Wednesday, October 25, 2006

Support the Troops

I am so sick of hearing people say, "I'm against the war, but I support the troops."

Newsflash, folks: You can't have it both ways.

A couple of weeks ago, Oprah hosted Frank Rich, New York Times columnist and author of a recent book "The Greatest Story Ever Sold." After an hour of administration-bashing by host, guest and audience alike, Oprah ended her broadcast by saying that despite the feelings expressed about the war, she "supports the troops."

Modern anti-war lobbyists and protestors are terrified they'll be identified with the Vietnam-era images of Jane Fonda. As a result, they've adopted the troop-support mantra as an integral part of public anti-war rhetoric. What they (apparently) don't realize is that the vast majority of uniformed servicemembers can see through this self-serving ruse, palpably dampening morale.

Real displays of support for U.S. servicemembers look far different from this desperate plea. People who truly support the troops proudly display U.S. flags, they may even sport a magnetic yellow ribbon on their cars, they donate their time and resources to organizations like the USO and charities that support military members and their families. Myriad ways exist to show love and support to the uniformed services -- public degradation (a la John Kerry and Code Pink) doesn't make the list.

My problem is with people who ruthlessly attack the mission, but caveat their protestations by gushing about their support for the American servicemember who they inevitably refer to collectively as "soldiers." Oh, and I can't forget the maniacal glee of these naysayers when they find a "soldier," recently deployed to Iraq and freshly separated from active duty, who's willing to publically affirm their views. All the while, young men and women still serving dutifully overseas are subjected to these false sentiments.

Quick reminder for those Iraq-obsessed Americans: We still have young men and women deploying to Afghanistan (and other hotspots around the world), putting their lives in harm's way as well. The very idea that you seem to have forgotten them is no service to those you claim to "support."

Imagine if someone said to Oprah, "I think your show is unconscionable, but I support you as a journalist." What do you think her reaction would be? Gratitude? I doubt it. She puts her heart and soul into her show. She uses her broadcasting reach and personal notariety as a platform to influence millions of Americans, and would take great offense to such a statement.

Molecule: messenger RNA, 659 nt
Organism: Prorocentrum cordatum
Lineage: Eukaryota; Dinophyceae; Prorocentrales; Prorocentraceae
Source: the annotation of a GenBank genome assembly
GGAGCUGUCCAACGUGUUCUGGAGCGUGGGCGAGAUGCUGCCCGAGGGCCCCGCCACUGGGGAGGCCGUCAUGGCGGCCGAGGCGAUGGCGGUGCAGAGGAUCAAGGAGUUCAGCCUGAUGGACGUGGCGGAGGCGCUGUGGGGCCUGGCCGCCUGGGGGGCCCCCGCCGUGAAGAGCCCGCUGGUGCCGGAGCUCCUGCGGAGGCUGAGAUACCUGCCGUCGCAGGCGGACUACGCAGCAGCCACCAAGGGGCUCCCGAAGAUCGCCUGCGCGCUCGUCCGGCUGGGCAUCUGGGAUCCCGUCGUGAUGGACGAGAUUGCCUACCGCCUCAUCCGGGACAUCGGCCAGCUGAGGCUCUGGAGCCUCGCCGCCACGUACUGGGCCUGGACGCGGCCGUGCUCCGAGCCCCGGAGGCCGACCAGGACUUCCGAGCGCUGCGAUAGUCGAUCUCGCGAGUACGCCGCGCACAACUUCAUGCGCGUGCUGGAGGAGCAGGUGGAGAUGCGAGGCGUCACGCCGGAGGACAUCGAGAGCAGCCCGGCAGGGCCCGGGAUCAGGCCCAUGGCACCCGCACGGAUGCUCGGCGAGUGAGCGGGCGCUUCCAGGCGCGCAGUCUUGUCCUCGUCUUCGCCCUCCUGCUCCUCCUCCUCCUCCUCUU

Our soldiers, sailors, Airmen and Marines, on the other hand, put something else into their work: Every single day, they put their lives on the line for their mission...a mission that many Americans speak out vehemently against.

In short, I'm not saying you have to be pro-war, but don't expect our brothers and sisters in arms to come home all gratitude and hugs after you say, "I hate your leadership, I hate your mandate, and your time away from home has been a total waste...but I support you."


  1. Brilliant! Absolutely brilliant commentary! And as icing on the cake, you used the word, "myriad" correctly. ;)

  2. I could not agree with you more. It is an insult to those who proudly serve to hear that everything they are doing is wrong yet they as an individual is supported. It is also an insult to the service members friends and family.

    Very well put!

  3. I believe it is possible to be (highly) critical of high-level strategy decisions made at senior levels, such as whether an attempt to remake Iraq benefits U.S. security, without casting ANY disparagement on the members of the armed forces, and to hold complete respect for their courage, dedication, and willingness to serve in defense of our freedoms. Are many in the anti-war crowd Vietnam era throwbacks who have no respect for the military? Sure, and they are especially numereous amoung the very earliest anti-war protesters who took glee in any early setbacks in Afghanistan and Iraq. However there are those, (like myself,) who wholeheartedly support fighting for our nation's values of freedom and equality against fundamentalist religious idiots who want the whole world to live in the 7th century, yet believe the current Adminstration has made many costly errors in one facet of that struggle, namely, how to transform the Middle East into a region that shares our values. Those errors, and the stubborn lack of an attempt to be flexible in dealing with them, is why I am very critical of the Bush administration now. I hope that you believe I can hold those positions while still saying "I support the troops."

    BTW, I'm a bit worried that given your personal involvement and knowledge I may be "bringing a knife to a gun-fight" in starting to debate here, but if you want to discuss further, I'll see if I can hold my own ;)

  4. I tried several ways of responding to this, and they all resulted in too much. So you’ll see a couple of deleted posts… Instead, I’ve tried to start over and itemize my thoughts to make them more coherent.